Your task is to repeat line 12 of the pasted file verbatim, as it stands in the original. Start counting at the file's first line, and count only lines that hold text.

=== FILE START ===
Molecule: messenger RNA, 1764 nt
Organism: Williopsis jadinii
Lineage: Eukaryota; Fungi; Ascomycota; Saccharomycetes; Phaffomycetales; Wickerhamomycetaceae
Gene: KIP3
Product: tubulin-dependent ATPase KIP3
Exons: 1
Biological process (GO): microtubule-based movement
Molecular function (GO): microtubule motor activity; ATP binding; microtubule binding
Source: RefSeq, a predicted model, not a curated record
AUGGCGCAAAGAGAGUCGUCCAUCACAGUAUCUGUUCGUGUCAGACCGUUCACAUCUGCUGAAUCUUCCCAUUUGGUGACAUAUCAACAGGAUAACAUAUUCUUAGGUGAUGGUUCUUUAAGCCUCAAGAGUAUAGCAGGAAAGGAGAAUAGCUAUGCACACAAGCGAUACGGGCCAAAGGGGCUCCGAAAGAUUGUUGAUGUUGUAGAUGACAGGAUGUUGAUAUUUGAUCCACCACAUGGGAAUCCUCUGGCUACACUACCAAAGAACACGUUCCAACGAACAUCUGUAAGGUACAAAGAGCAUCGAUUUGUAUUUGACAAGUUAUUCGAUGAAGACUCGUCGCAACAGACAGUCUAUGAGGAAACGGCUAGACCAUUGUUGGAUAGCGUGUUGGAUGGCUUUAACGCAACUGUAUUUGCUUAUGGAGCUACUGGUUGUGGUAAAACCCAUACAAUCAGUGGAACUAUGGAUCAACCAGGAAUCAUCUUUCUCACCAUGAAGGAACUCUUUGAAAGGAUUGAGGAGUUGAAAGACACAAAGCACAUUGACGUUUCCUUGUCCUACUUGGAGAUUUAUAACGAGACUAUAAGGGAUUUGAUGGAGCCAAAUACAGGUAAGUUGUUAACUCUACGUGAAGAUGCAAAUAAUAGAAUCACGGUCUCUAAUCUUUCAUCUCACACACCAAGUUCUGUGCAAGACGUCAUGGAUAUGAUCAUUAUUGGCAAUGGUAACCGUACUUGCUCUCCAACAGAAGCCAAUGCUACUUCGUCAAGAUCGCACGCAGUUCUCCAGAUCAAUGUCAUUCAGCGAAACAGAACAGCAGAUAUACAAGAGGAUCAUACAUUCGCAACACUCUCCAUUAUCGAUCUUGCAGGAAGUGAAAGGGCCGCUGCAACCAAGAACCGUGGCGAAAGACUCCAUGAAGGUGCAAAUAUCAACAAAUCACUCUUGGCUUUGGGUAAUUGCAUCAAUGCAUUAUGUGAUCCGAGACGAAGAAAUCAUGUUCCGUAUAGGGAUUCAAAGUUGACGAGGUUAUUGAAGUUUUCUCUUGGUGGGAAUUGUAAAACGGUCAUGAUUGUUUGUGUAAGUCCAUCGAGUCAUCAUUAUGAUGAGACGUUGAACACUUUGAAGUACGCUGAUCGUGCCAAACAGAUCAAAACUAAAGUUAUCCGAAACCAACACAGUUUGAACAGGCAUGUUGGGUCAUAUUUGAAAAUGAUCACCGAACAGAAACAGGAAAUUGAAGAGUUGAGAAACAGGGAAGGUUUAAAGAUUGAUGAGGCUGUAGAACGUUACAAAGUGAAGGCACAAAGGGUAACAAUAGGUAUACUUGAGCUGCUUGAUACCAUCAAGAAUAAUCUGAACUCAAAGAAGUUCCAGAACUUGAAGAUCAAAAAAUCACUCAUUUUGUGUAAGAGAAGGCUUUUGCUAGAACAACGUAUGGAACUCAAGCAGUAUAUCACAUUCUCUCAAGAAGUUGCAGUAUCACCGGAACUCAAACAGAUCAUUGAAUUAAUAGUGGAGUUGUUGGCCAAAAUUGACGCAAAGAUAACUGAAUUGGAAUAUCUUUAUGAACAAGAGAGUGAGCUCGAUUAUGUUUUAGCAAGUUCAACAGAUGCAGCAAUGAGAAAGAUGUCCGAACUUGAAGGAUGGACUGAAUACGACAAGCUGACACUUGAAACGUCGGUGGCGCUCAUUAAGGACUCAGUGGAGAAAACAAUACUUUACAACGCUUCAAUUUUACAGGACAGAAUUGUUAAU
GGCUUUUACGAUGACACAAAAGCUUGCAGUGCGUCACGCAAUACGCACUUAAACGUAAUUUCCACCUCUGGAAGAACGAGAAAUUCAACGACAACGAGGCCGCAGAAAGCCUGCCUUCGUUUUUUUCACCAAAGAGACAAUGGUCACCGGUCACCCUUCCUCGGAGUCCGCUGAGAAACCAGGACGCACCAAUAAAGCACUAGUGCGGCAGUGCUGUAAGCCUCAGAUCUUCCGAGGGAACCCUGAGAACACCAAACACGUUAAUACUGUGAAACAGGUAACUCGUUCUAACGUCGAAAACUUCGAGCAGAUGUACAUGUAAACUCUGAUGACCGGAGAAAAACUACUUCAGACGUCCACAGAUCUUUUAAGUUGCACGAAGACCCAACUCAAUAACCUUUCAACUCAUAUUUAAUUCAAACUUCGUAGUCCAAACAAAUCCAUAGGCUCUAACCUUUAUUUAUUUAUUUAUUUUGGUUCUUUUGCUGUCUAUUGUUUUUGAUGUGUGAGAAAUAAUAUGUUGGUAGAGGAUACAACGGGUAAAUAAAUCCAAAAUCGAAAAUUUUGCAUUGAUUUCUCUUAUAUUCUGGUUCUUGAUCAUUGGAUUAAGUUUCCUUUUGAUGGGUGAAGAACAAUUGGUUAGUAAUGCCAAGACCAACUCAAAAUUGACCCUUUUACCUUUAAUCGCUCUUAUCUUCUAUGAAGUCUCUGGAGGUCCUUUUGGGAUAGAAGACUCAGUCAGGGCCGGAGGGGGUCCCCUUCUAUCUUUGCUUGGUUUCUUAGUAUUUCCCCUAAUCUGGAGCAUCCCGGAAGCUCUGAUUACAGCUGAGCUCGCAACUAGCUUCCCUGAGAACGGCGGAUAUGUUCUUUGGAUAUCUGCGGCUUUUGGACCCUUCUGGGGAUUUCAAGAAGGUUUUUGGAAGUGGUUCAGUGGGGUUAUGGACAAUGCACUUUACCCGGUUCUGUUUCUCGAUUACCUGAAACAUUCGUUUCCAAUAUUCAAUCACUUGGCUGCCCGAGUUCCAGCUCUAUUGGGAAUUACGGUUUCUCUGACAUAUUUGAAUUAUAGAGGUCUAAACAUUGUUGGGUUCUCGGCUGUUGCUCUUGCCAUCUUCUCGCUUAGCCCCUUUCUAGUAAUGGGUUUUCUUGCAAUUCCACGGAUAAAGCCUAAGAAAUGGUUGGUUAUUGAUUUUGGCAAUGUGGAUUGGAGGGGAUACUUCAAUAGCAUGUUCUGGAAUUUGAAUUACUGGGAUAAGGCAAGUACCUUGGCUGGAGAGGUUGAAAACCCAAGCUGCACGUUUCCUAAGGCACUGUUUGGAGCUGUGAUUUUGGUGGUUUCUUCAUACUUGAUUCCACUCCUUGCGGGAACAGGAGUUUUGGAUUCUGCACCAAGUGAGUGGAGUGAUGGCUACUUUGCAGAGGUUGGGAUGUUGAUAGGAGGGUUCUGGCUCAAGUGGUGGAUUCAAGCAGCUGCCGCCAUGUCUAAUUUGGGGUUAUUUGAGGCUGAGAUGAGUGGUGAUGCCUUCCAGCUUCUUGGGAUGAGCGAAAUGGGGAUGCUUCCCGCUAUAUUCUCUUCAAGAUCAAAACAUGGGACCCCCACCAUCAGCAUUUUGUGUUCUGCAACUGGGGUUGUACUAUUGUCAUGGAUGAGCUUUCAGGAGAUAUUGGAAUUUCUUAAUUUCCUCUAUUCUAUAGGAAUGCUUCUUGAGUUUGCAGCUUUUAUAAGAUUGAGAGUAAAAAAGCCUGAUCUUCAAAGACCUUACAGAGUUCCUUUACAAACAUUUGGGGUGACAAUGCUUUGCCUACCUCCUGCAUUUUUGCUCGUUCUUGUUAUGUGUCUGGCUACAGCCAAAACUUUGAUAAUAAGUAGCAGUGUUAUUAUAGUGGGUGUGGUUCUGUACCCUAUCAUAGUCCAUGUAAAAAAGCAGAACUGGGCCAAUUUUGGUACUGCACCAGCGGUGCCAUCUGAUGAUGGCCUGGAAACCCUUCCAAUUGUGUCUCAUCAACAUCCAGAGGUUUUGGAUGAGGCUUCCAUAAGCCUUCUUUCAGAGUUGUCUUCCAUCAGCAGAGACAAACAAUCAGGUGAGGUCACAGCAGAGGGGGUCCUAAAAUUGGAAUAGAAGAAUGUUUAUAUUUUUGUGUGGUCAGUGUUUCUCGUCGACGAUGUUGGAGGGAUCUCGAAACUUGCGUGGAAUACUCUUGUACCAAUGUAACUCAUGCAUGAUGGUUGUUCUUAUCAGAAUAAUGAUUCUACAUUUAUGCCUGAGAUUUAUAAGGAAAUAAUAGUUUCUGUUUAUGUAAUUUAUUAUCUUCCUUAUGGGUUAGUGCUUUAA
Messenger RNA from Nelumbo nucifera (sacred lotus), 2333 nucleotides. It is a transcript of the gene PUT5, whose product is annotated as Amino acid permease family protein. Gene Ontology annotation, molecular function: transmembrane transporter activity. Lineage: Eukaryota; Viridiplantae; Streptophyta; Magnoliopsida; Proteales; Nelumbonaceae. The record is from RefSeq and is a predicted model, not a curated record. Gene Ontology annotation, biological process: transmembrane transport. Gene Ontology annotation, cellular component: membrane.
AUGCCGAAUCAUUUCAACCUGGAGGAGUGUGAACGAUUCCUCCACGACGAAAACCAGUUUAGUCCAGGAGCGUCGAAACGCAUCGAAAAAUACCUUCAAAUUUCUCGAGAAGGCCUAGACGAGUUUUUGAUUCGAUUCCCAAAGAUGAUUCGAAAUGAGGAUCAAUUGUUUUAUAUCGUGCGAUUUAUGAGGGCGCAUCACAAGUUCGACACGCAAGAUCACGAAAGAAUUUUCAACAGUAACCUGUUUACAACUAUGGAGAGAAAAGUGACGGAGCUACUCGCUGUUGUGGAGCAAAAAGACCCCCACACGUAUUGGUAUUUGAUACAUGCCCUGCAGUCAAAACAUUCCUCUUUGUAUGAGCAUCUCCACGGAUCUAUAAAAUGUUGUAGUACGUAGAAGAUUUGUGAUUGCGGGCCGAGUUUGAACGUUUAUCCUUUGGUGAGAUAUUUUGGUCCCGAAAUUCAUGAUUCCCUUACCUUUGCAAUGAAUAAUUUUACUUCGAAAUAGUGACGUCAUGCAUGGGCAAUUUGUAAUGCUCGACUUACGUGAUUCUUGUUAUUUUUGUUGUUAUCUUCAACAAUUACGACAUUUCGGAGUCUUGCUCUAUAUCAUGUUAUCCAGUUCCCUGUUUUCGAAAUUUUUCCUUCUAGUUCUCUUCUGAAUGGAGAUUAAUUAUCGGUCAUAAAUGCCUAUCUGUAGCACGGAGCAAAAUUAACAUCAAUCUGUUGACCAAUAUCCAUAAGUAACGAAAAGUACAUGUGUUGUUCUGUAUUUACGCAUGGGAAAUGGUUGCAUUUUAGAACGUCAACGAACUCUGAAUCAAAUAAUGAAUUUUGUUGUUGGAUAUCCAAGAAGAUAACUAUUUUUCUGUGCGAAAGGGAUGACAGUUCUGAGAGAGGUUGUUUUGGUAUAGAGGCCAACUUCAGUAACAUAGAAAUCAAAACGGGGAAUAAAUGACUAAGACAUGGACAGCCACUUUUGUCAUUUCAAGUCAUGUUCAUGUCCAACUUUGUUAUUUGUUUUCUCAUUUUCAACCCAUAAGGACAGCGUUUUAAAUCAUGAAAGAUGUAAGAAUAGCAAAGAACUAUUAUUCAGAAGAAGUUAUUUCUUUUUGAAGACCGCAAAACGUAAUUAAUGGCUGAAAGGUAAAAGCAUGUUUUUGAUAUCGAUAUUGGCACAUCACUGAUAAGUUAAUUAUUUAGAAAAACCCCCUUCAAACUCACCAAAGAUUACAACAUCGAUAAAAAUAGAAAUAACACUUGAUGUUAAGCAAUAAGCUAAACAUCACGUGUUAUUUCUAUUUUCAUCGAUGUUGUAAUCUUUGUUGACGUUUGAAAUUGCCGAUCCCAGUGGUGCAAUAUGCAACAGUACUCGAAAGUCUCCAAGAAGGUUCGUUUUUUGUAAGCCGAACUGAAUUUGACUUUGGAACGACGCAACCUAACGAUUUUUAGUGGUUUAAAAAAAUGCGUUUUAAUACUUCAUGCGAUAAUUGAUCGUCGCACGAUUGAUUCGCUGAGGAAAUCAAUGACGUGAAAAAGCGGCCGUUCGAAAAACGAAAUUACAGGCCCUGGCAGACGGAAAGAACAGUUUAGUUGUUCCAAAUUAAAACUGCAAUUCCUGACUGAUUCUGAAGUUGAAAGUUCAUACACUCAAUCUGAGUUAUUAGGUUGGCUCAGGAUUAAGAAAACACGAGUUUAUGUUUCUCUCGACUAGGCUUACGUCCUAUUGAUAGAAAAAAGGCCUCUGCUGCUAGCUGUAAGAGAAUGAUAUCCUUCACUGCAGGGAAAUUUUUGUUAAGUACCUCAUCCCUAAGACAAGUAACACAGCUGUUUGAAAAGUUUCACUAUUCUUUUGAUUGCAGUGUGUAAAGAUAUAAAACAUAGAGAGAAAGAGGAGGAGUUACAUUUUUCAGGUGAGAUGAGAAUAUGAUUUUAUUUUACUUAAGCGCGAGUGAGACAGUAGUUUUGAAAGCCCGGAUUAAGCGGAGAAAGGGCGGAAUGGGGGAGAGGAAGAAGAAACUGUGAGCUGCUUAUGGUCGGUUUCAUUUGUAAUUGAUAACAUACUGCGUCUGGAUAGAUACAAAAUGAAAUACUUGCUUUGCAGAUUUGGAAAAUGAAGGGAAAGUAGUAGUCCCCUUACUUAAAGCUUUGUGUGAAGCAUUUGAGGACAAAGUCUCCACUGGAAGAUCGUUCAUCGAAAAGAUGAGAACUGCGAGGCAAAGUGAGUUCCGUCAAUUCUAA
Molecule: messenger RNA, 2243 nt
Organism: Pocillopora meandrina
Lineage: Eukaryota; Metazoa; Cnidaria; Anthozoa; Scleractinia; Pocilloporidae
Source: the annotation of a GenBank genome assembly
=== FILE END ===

Messenger RNA from Nelumbo nucifera (sacred lotus), 2333 nucleotides. It is a transcript of the gene PUT5, whose product is annotated as Amino acid permease family protein. Gene Ontology annotation, molecular function: transmembrane transporter activity. Lineage: Eukaryota; Viridiplantae; Streptophyta; Magnoliopsida; Proteales; Nelumbonaceae. The record is from RefSeq and is a predicted model, not a curated record. Gene Ontology annotation, biological process: transmembrane transport. Gene Ontology annotation, cellular component: membrane.